On WandaVision, Vision has already proven that he has no recollection of his life prior to Westview. It’s also been shown that he cannot exist in his current form outside of the Hex’s boundaries. This isn’t because he’s “dead” outside of the hex, it’s because the Westview version of Vision literally doesn’t exist anywhere. In her grief, realizing Vision is truly gone and she can’t give him a proper funeral, Wanda heads to Westview where the pair where to begin the rest of their lives together. Upon seeing the empty plot of land, she breaks down. Much like in Avengers: Age of Ultron, this breakdown produces an extraordinary amount of magic, creating both the hex and the version of Vision we’ve been seeing throughout the series.
Why Hayward and S.W.O.R.D. were interested in Vision over Wanda makes much more sense in this context. They wanted to know how it was possible for Vision to exist when they still had his body. Thanks to the end credits scene for “Previously On,” it’s incredibly clear that S.W.O.R.D. plans for Vision to continue his role as a sentient weapon. Using the drone Hayward had turned on Wanda in a previous episode, the group brings the synthezoid back online in his all-white “Vision Quest” arc form. Knowing that this version of Vision is likely nothing like the one Wanda loves, has us preparing for a gut-wrenching finale. Wanda’s perfect reality has to come to an end, and this Vision will be a shock to her system.
Image Source: Russell Baer
Bradley Constant, 22, had just finished a shift at a grocery store when he found out that he would soon be playing an integral part in the telling of Dwayne Johnson’s life story. “I came home and I was playing X-Box,” Constant told me. “I got a call from my rep who said, ‘Hi, am I speaking to the one who is starring as Dwayne Johnson at 15 years old in the new show Young Rock?'”
Constant stars as a teenage Johnson in the NBC series Young Rock, an autobiographical sitcom about the 48-year-old actor’s formative years. Not only does the project mark Constant’s first major television role, but in a sense, it’s also a full-circle moment for him, having grown up watching Johnson as a wrestler on WWE. “It was just so exciting,” Constant recalled. “I closed my eyes and just did not know what to say. Then I FaceTimed my grandparents and they were crying and my brothers – that was the most amazing situation because my family, my grandparents, and my brothers had been with me since I decided to pursue something like this 10 years ago.”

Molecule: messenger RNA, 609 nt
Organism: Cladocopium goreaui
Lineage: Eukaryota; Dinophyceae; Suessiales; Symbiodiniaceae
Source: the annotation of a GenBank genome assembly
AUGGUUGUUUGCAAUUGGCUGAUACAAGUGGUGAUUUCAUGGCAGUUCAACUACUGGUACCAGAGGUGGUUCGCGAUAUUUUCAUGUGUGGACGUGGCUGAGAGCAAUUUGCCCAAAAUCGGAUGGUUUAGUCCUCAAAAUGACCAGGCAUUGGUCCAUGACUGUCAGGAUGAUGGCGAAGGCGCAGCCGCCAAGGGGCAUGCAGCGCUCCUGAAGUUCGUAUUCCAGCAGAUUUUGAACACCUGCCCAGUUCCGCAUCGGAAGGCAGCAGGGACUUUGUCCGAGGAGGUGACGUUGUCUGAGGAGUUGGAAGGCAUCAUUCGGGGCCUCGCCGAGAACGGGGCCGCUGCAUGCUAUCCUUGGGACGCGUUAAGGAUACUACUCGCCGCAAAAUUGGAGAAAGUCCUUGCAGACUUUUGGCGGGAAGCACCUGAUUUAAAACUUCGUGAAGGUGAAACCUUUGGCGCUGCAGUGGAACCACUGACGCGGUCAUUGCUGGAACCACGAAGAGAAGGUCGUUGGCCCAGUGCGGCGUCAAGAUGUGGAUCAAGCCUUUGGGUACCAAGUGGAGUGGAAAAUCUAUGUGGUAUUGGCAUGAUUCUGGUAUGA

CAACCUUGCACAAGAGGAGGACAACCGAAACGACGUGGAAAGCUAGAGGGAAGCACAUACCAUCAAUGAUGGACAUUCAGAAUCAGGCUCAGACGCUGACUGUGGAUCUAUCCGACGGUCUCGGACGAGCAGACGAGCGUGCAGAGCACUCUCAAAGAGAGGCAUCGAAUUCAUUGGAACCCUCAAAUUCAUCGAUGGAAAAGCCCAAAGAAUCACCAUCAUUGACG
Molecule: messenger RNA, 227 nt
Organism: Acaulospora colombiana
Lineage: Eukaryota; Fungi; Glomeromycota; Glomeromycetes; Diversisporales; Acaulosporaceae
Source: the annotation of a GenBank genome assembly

Though Constant admits that he was only four or five years old when he used to watch wrestling with his dad in the living room, he remembers being obsessed with The Rock and his bravado. “He’s just the coolest dude on TV,” Constant said, referring to Johnson. “The first movie I saw him in was Walking Tall and I’ve followed all his movies ever since. I love it all.” Given how big of a fan Constant is of Johnson’s, it was only natural for him to be nervous to work alongside the actor, however, the nerves immediately faded away once they began talking. “He never placed any crazy expectations on me. He really just kind of tempered my nervousness,” Constant explained. “He’s just so genuine and so down-to-earth. He talks to you person to person, like anyone . . . He really just reminded me to be myself and have fun. I think that’s one of the best things he told me.”
“A huge part of this is not judging people, not judging a book by its cover.”
Young Rock focus on three defining chapters in Johnson’s life: when he was 10 years old living in Hawaii, when he was 15 years old after multiple arrests, and when he was 18 years old trying to get his life back on track while attending the University of Miami. When I asked Constant what part of the show’s narrative stood out to him the most, his answer was simple: “the aspect of family.” “It’s very present in every timeline, every episode,” Constant added. “[Johnson’s] talked about buying the car and all that. That’s really funny, but there are these really beautiful moments between him and his mom, the dynamic of relationship he had with his dad . . . It’s just such an awesome contrast. Tons of funny stuff, but also right after that, a very relatable truth of life. It’s not all glamorous and a shiny, glossy reflection on a superstar’s life. It’s a real guy with an awesome, inspiring story with incredible characters and real people.”